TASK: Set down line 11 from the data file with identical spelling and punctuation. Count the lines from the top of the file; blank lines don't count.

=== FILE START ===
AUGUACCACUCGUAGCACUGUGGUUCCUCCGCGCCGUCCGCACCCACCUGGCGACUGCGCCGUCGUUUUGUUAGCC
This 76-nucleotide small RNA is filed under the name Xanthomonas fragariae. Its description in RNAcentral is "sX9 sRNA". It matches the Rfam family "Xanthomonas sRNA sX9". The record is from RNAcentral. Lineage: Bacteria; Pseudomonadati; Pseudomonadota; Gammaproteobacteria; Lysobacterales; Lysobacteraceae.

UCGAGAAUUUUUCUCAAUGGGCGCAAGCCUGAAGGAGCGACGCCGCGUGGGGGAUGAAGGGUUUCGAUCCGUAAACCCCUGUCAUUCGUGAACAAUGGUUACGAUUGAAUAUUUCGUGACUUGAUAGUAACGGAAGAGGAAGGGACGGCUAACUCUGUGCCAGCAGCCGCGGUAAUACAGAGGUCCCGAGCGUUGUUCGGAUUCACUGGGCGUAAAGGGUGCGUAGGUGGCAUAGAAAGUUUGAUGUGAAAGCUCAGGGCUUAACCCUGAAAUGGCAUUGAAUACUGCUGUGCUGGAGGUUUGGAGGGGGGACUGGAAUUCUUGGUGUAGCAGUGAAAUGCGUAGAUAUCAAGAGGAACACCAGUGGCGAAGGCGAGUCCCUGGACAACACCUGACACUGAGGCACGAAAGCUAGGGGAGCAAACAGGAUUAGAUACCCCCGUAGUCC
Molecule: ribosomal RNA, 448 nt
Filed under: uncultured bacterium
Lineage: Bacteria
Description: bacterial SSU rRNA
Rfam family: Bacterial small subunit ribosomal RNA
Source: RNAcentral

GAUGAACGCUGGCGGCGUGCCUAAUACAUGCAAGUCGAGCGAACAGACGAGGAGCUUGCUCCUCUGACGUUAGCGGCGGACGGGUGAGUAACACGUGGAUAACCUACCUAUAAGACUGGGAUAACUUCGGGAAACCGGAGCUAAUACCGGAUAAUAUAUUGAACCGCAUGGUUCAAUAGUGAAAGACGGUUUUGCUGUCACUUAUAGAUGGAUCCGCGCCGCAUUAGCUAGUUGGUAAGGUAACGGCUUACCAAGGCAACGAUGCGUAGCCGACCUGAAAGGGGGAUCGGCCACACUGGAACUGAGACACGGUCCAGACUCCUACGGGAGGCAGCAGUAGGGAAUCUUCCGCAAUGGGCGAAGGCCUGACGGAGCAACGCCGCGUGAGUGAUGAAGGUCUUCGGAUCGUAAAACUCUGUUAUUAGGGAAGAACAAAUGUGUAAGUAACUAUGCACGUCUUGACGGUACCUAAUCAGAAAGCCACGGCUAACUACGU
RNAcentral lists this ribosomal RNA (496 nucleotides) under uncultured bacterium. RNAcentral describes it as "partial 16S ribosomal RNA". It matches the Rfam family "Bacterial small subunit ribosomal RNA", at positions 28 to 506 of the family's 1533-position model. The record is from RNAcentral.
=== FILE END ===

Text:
RNAcentral lists this ribosomal RNA (496 nucleotides) under uncultured bacterium. RNAcentral describes it as "partial 16S ribosomal RNA". It matches the Rfam family "Bacterial small subunit ribosomal RNA", at positions 28 to 506 of the family's 1533-position model. The record is from RNAcentral.